Digital communication systems convey data over one or more conductors as varying voltages or currents that represent the data as series of symbols. Over a single wire, for example, relatively low and high voltages can be used to represent a logic ‘0’ and a logic ‘1,’ respectively. The bandwidth of a given communication channel is generally limited by the speed at which the channel can transition between different types of symbols (e.g., between relatively high and low voltages). The time required to transition between symbols varies with symbol patterns, making it difficult to identify symbol boundaries at high data rates.

Communication systems are designed to accommodate some amount of variation in transition timing. The tolerance of a communication system to such variations is called the ‘timing margin.’ In general, increased timing margins provide greater noise tolerance and, as a consequence, higher speed performance. Therefore, there is a demand for techniques that increase timing margins.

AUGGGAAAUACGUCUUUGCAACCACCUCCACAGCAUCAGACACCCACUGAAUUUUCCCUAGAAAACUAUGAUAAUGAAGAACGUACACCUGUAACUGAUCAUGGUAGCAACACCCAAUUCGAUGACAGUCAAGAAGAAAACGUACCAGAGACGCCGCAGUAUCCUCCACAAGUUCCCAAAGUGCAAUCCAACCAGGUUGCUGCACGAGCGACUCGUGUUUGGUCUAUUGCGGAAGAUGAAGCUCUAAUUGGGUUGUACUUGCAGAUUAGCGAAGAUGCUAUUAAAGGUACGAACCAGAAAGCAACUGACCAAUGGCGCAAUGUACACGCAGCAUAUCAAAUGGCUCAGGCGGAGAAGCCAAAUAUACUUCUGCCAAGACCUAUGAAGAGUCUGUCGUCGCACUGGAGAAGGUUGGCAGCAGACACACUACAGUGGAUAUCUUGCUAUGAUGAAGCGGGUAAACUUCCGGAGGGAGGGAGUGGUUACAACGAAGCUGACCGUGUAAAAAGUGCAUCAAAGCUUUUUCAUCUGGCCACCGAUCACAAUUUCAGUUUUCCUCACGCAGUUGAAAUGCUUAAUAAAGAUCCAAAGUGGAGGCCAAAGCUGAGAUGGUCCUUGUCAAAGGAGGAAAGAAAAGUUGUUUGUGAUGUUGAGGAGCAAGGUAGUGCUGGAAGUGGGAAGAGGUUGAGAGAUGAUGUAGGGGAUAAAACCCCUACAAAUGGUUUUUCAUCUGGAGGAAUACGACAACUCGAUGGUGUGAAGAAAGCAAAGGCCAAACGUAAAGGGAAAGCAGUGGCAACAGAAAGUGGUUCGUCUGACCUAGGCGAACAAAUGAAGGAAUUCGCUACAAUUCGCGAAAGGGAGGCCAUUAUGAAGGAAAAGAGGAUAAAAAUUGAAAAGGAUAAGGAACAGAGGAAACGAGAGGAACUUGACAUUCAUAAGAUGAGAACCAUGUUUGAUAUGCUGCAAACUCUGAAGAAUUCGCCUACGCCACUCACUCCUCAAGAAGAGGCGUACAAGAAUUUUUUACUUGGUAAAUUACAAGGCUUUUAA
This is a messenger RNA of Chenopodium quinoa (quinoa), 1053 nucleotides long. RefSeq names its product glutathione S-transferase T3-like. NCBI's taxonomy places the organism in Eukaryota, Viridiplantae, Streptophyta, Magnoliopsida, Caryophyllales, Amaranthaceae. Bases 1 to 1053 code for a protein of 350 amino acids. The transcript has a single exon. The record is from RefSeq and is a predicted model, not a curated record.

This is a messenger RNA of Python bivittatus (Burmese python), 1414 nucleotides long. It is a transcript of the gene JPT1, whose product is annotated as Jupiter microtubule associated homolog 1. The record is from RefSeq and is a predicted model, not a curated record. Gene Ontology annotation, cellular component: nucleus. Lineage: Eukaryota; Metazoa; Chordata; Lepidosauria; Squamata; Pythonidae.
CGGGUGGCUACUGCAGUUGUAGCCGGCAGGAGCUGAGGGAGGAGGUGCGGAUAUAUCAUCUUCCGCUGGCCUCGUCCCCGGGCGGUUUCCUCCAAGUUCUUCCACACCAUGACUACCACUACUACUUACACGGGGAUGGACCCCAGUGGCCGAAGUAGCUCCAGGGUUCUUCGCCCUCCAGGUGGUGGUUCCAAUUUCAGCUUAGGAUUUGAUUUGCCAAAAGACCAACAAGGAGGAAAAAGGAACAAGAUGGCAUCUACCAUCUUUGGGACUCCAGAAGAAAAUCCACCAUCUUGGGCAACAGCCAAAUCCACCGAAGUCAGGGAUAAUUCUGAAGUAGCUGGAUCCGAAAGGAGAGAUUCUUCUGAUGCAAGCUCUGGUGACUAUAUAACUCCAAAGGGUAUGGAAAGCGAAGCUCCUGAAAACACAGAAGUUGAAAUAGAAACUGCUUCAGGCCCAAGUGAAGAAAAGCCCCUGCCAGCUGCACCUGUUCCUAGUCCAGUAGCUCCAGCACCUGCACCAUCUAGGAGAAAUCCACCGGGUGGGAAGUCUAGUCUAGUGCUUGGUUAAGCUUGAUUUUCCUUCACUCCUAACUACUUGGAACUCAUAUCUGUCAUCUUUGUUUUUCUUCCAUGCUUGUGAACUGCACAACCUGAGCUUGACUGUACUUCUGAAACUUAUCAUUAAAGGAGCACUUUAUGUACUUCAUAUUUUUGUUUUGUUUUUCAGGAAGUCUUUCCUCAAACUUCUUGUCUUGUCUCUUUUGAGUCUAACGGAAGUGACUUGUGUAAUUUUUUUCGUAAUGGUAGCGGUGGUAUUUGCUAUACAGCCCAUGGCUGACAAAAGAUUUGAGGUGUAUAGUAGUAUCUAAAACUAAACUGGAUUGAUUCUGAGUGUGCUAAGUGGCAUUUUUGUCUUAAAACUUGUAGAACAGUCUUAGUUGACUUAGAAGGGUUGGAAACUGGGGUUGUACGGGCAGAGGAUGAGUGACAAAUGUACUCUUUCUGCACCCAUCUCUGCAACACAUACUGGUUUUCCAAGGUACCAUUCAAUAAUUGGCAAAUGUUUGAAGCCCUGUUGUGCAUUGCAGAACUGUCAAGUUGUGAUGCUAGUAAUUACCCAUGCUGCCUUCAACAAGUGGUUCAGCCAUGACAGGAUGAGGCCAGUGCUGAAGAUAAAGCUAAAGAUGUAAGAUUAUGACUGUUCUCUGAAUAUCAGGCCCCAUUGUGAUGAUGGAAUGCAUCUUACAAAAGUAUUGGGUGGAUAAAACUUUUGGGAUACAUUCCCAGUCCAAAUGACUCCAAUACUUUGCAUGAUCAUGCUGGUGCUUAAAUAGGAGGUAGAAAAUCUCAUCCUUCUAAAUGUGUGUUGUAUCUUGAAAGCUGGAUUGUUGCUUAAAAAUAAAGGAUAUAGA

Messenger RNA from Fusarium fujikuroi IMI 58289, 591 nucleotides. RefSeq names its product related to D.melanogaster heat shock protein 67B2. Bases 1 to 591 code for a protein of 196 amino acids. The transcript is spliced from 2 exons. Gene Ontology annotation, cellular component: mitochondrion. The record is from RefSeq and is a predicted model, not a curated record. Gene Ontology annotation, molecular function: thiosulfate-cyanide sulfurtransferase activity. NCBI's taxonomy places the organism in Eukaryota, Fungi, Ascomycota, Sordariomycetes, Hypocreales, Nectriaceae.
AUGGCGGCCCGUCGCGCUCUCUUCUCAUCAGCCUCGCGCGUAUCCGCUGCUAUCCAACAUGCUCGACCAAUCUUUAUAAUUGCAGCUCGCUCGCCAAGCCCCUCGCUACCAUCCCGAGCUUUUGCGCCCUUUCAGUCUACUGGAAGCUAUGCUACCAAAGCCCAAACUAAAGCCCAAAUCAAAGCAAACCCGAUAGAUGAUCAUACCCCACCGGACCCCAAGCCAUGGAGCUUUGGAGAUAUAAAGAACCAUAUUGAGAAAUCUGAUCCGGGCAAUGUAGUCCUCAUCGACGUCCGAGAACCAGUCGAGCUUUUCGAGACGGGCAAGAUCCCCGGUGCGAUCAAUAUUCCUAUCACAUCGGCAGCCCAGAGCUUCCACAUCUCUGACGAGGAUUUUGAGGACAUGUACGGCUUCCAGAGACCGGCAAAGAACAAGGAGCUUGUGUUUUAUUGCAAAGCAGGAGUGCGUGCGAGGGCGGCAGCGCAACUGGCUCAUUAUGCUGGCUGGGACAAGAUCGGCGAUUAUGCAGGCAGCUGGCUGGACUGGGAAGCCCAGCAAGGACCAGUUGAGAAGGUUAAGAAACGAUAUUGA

BRIEF DESCRIPTION OF THE FIGURES

FIG. 1 presents a block diagram illustrating a system that encodes and decodes two-bit data DQ[1:0] in accordance with one embodiment.

FIG. 2 is a waveform diagram illustrating how an embodiment of encoder of FIG. 1 implements the coding technique of Table 1 to encode a sequence of two-symbol data patterns DQ[1:0] into a series of parallel symbol sets S[3:0] to be conveyed on links a through d.

FIG. 3 is a flowchart depicting the operation of decoder and group detector of FIG. 1 in accordance with the decoding technique of Table 1.

FIG. 4A presents a graph illustrating an eye pattern, plotted as amplitude versus time, for differential signaling on an RC channel.